Of course, problems of evidence can arise even when there is a detailed written agreement. Indeed a court of law may decided that the contract consists not just of the written document you possess but includes things that were said but never written down. The contract may even include things that the contractors understood but never talked about. Sometimes an agreement turns out to be a contract even though the persons who made it did not realize this at the time. And sometimes people make agreements which they think are contracts, but when they try to take legal action the court declares that no contract was ever made. (In such a case they may find there is another legal claim they may make, such as an action in tort or in breach of trust.

It is therefore important to know just what the law considers a contract to be. In many systems of law there is a written legal code stating exactly what is required to make a contract and what the rights and obligations of contractors are. In case law systems, there is no one code or law defining what a contract is. The law regarding contracts in general is to be found in judgments made by courts and even in legal textbooks. But there are statutes which clarify the law. For example, the Unfair Contract Terms Act, passed in Britain in 1977, specifies circumstances in which a contractor may avoid being obliged by some parts of a contract.

Text B. DAMAGES

 

Once a court decides that there has been a breach of contract, it must then judge how the party in breach must compensate the other party. The usual award is damages—monetary compensation. The court must be satisfied that there was a contract, that one party is in breach, and that the other party has suffered some loss because of the breach. In addition to financial loss a plaintiff sometimes tries to claim damages for mental distress caused by the breach of contract. Such claims are less successful in Britain than in the U.S., except for holiday contracts (though often successful in tort actions).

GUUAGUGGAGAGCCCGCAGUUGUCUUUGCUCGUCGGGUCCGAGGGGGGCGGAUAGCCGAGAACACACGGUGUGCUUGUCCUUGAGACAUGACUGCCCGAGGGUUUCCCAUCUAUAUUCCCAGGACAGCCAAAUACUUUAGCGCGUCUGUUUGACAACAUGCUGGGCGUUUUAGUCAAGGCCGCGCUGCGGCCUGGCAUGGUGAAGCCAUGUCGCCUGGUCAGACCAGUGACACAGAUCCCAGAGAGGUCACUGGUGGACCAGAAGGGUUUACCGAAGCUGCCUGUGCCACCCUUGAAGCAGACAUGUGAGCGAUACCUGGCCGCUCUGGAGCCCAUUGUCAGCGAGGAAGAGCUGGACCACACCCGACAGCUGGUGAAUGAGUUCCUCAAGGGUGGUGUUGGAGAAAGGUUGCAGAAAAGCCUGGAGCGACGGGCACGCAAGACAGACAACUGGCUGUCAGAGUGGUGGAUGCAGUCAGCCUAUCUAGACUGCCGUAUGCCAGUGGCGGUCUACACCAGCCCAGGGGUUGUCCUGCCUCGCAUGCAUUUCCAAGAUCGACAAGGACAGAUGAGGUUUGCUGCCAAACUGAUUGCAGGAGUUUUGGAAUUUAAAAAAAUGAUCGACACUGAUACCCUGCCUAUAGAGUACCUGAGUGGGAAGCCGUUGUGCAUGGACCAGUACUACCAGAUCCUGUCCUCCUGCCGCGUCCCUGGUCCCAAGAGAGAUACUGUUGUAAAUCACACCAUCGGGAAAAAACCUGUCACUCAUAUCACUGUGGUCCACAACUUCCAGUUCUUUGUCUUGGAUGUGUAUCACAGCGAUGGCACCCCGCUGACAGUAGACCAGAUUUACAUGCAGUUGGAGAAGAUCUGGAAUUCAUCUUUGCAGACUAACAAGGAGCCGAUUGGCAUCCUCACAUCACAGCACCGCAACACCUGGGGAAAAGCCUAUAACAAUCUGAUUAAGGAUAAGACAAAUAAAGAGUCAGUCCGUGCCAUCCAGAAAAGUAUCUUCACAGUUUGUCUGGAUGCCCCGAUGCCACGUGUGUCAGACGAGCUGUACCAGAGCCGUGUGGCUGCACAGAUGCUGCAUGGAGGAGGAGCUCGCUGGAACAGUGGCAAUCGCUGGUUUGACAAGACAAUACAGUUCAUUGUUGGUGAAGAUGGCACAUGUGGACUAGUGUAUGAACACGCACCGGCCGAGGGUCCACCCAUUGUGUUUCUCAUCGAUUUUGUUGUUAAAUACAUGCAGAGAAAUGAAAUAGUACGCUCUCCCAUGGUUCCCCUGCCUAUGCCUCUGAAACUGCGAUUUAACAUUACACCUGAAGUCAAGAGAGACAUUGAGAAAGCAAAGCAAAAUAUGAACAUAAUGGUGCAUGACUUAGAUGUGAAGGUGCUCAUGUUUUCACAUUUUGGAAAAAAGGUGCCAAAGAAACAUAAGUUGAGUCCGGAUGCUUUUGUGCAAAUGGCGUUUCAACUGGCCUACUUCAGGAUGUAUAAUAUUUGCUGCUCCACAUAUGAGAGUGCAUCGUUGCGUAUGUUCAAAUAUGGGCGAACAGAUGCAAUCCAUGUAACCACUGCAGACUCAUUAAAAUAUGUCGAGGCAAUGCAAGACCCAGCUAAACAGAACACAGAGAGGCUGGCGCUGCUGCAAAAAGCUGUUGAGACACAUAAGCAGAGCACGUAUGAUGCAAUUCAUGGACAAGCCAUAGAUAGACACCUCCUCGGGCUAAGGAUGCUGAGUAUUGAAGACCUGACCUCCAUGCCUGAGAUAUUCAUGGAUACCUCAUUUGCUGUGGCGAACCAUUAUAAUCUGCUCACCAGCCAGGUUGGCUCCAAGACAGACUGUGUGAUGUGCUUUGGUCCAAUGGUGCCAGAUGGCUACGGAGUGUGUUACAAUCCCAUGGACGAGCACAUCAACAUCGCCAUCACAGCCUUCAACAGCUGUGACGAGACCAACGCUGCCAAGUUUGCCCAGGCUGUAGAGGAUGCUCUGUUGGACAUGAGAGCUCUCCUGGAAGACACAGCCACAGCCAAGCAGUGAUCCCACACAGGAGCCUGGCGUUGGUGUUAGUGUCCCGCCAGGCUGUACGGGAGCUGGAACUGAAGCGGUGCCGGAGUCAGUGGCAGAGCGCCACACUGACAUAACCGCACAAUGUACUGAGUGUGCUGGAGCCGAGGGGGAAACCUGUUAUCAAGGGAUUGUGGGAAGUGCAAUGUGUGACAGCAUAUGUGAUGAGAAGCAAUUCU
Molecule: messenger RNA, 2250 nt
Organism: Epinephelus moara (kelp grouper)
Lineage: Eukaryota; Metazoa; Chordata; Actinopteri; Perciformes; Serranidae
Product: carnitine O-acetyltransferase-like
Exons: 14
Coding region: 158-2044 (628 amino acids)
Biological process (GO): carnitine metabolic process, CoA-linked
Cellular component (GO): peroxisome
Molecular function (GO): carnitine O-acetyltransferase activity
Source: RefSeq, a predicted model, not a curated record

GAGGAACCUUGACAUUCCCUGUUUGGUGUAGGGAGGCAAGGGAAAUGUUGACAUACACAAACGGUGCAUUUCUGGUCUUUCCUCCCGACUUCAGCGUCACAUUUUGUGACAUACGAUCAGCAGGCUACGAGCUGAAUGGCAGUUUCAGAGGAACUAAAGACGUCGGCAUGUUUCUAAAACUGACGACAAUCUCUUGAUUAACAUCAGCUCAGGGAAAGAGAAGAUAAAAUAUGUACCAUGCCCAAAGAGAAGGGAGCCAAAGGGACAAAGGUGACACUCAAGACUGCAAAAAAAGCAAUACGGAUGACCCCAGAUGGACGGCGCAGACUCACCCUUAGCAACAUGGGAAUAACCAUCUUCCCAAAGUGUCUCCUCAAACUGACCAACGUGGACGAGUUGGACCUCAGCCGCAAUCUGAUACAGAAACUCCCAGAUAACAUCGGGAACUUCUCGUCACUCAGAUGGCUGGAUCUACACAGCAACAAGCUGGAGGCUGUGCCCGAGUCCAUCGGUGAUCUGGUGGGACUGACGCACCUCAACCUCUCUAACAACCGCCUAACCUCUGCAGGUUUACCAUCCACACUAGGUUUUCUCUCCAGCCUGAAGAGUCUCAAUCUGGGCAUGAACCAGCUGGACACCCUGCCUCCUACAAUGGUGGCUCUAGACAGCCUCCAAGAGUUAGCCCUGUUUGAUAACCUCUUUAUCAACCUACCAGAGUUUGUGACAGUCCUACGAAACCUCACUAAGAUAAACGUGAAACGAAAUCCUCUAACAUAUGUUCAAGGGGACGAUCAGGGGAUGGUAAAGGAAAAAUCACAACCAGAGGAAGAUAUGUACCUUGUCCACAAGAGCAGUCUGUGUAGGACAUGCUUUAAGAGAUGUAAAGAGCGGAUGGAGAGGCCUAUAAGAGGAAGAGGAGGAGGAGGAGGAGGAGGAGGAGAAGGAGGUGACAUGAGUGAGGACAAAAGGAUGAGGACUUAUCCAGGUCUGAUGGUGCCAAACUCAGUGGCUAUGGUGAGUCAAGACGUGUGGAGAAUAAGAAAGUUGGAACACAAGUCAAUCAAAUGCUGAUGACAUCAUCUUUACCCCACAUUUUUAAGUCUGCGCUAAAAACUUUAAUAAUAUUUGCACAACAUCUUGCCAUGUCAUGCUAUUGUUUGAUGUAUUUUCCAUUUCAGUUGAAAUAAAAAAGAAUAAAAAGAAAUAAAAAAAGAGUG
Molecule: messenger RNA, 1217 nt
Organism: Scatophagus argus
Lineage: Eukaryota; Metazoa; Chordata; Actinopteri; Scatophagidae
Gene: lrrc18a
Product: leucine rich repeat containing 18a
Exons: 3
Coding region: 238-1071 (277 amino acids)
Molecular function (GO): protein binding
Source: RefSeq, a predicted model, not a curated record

A court will award damages only for loss closely connected with the defendant's breach. For example, in the 1949 English case of Victoria Laundry vs. Newman Industries, the defendants were five months late in delivering a new boiler for the laundry. The laundry claimed damages first for profits they would probably have made by being able to increase their regular laundry customers if they had had the boiler on time; and second, for profits they might have made if the boiler had enabled them to take on new dyeing contracts. The courts decided that the first claim was reasonable, but that the second was too remote. Remotenessis an important concept in both contract and tort.